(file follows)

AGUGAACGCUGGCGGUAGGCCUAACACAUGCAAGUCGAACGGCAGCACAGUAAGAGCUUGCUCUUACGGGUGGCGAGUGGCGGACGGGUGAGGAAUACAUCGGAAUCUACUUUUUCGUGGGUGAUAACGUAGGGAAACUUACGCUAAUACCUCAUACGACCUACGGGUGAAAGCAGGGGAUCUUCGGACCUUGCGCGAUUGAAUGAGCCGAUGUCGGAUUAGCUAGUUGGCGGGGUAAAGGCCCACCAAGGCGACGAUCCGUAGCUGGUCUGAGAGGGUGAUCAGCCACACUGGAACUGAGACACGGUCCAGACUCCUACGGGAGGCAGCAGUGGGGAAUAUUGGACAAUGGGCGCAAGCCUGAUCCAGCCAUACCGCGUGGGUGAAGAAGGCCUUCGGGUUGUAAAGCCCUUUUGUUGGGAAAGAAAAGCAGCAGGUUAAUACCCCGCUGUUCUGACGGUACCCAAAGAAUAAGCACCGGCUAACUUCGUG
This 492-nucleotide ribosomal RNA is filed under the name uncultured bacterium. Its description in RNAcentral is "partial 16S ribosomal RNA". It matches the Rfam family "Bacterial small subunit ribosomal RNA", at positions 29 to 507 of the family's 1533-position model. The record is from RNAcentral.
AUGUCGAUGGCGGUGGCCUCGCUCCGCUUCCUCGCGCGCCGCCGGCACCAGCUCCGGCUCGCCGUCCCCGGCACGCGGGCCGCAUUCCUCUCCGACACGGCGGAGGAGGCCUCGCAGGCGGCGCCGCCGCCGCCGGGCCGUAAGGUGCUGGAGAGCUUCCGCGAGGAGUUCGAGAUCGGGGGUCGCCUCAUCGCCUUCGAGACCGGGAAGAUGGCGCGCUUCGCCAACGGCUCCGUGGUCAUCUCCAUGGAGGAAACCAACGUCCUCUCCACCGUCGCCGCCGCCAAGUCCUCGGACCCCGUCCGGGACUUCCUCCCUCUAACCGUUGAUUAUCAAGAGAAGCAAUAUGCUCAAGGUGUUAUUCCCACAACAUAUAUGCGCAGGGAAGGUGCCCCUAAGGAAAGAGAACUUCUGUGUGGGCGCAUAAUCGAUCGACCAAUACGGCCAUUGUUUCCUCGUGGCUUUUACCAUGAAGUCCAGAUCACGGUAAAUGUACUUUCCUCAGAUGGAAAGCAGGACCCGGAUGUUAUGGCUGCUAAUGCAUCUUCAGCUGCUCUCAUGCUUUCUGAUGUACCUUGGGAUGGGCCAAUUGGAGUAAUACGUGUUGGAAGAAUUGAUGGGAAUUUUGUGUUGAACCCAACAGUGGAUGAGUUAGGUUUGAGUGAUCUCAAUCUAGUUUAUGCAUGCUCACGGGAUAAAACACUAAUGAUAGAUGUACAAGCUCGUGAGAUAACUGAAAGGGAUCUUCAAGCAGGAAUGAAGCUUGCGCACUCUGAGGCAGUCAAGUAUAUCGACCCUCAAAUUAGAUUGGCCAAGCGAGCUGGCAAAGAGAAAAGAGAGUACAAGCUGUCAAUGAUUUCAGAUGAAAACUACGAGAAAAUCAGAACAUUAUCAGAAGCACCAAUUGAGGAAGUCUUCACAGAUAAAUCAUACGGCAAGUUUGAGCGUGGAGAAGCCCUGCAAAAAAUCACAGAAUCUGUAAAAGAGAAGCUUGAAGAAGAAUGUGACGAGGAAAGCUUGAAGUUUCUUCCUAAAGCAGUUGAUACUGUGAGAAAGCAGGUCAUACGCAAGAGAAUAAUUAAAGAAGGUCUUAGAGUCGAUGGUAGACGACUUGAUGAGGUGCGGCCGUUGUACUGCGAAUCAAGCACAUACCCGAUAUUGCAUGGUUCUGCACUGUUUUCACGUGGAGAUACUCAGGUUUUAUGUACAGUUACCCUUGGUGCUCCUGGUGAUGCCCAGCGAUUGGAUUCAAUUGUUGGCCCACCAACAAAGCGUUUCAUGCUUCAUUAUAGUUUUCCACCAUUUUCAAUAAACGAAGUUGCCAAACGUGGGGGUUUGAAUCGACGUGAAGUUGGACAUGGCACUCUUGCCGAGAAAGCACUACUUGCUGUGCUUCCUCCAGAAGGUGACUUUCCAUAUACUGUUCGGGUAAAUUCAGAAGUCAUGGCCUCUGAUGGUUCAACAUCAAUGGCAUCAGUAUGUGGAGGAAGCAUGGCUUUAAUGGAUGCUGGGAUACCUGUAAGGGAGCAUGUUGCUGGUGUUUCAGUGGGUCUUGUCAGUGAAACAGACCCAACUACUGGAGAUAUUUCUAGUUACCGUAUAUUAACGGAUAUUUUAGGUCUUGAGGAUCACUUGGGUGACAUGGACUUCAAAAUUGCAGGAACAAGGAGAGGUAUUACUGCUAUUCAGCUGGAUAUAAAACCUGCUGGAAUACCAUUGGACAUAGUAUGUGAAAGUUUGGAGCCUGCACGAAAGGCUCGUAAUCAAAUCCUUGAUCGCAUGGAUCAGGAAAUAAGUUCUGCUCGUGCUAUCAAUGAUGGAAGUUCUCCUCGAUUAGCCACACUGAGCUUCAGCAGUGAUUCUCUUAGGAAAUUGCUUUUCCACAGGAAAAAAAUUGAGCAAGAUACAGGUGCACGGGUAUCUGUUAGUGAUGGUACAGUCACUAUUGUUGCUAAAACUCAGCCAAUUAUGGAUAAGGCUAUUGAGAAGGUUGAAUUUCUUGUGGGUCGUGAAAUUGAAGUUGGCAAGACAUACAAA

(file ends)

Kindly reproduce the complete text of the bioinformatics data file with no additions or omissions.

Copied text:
AGUGAACGCUGGCGGUAGGCCUAACACAUGCAAGUCGAACGGCAGCACAGUAAGAGCUUGCUCUUACGGGUGGCGAGUGGCGGACGGGUGAGGAAUACAUCGGAAUCUACUUUUUCGUGGGUGAUAACGUAGGGAAACUUACGCUAAUACCUCAUACGACCUACGGGUGAAAGCAGGGGAUCUUCGGACCUUGCGCGAUUGAAUGAGCCGAUGUCGGAUUAGCUAGUUGGCGGGGUAAAGGCCCACCAAGGCGACGAUCCGUAGCUGGUCUGAGAGGGUGAUCAGCCACACUGGAACUGAGACACGGUCCAGACUCCUACGGGAGGCAGCAGUGGGGAAUAUUGGACAAUGGGCGCAAGCCUGAUCCAGCCAUACCGCGUGGGUGAAGAAGGCCUUCGGGUUGUAAAGCCCUUUUGUUGGGAAAGAAAAGCAGCAGGUUAAUACCCCGCUGUUCUGACGGUACCCAAAGAAUAAGCACCGGCUAACUUCGUG
This 492-nucleotide ribosomal RNA is filed under the name uncultured bacterium. Its description in RNAcentral is "partial 16S ribosomal RNA". It matches the Rfam family "Bacterial small subunit ribosomal RNA", at positions 29 to 507 of the family's 1533-position model. The record is from RNAcentral.
AUGUCGAUGGCGGUGGCCUCGCUCCGCUUCCUCGCGCGCCGCCGGCACCAGCUCCGGCUCGCCGUCCCCGGCACGCGGGCCGCAUUCCUCUCCGACACGGCGGAGGAGGCCUCGCAGGCGGCGCCGCCGCCGCCGGGCCGUAAGGUGCUGGAGAGCUUCCGCGAGGAGUUCGAGAUCGGGGGUCGCCUCAUCGCCUUCGAGACCGGGAAGAUGGCGCGCUUCGCCAACGGCUCCGUGGUCAUCUCCAUGGAGGAAACCAACGUCCUCUCCACCGUCGCCGCCGCCAAGUCCUCGGACCCCGUCCGGGACUUCCUCCCUCUAACCGUUGAUUAUCAAGAGAAGCAAUAUGCUCAAGGUGUUAUUCCCACAACAUAUAUGCGCAGGGAAGGUGCCCCUAAGGAAAGAGAACUUCUGUGUGGGCGCAUAAUCGAUCGACCAAUACGGCCAUUGUUUCCUCGUGGCUUUUACCAUGAAGUCCAGAUCACGGUAAAUGUACUUUCCUCAGAUGGAAAGCAGGACCCGGAUGUUAUGGCUGCUAAUGCAUCUUCAGCUGCUCUCAUGCUUUCUGAUGUACCUUGGGAUGGGCCAAUUGGAGUAAUACGUGUUGGAAGAAUUGAUGGGAAUUUUGUGUUGAACCCAACAGUGGAUGAGUUAGGUUUGAGUGAUCUCAAUCUAGUUUAUGCAUGCUCACGGGAUAAAACACUAAUGAUAGAUGUACAAGCUCGUGAGAUAACUGAAAGGGAUCUUCAAGCAGGAAUGAAGCUUGCGCACUCUGAGGCAGUCAAGUAUAUCGACCCUCAAAUUAGAUUGGCCAAGCGAGCUGGCAAAGAGAAAAGAGAGUACAAGCUGUCAAUGAUUUCAGAUGAAAACUACGAGAAAAUCAGAACAUUAUCAGAAGCACCAAUUGAGGAAGUCUUCACAGAUAAAUCAUACGGCAAGUUUGAGCGUGGAGAAGCCCUGCAAAAAAUCACAGAAUCUGUAAAAGAGAAGCUUGAAGAAGAAUGUGACGAGGAAAGCUUGAAGUUUCUUCCUAAAGCAGUUGAUACUGUGAGAAAGCAGGUCAUACGCAAGAGAAUAAUUAAAGAAGGUCUUAGAGUCGAUGGUAGACGACUUGAUGAGGUGCGGCCGUUGUACUGCGAAUCAAGCACAUACCCGAUAUUGCAUGGUUCUGCACUGUUUUCACGUGGAGAUACUCAGGUUUUAUGUACAGUUACCCUUGGUGCUCCUGGUGAUGCCCAGCGAUUGGAUUCAAUUGUUGGCCCACCAACAAAGCGUUUCAUGCUUCAUUAUAGUUUUCCACCAUUUUCAAUAAACGAAGUUGCCAAACGUGGGGGUUUGAAUCGACGUGAAGUUGGACAUGGCACUCUUGCCGAGAAAGCACUACUUGCUGUGCUUCCUCCAGAAGGUGACUUUCCAUAUACUGUUCGGGUAAAUUCAGAAGUCAUGGCCUCUGAUGGUUCAACAUCAAUGGCAUCAGUAUGUGGAGGAAGCAUGGCUUUAAUGGAUGCUGGGAUACCUGUAAGGGAGCAUGUUGCUGGUGUUUCAGUGGGUCUUGUCAGUGAAACAGACCCAACUACUGGAGAUAUUUCUAGUUACCGUAUAUUAACGGAUAUUUUAGGUCUUGAGGAUCACUUGGGUGACAUGGACUUCAAAAUUGCAGGAACAAGGAGAGGUAUUACUGCUAUUCAGCUGGAUAUAAAACCUGCUGGAAUACCAUUGGACAUAGUAUGUGAAAGUUUGGAGCCUGCACGAAAGGCUCGUAAUCAAAUCCUUGAUCGCAUGGAUCAGGAAAUAAGUUCUGCUCGUGCUAUCAAUGAUGGAAGUUCUCCUCGAUUAGCCACACUGAGCUUCAGCAGUGAUUCUCUUAGGAAAUUGCUUUUCCACAGGAAAAAAAUUGAGCAAGAUACAGGUGCACGGGUAUCUGUUAGUGAUGGUACAGUCACUAUUGUUGCUAAAACUCAGCCAAUUAUGGAUAAGGCUAUUGAGAAGGUUGAAUUUCUUGUGGGUCGUGAAAUUGAAGUUGGCAAGACAUACAAA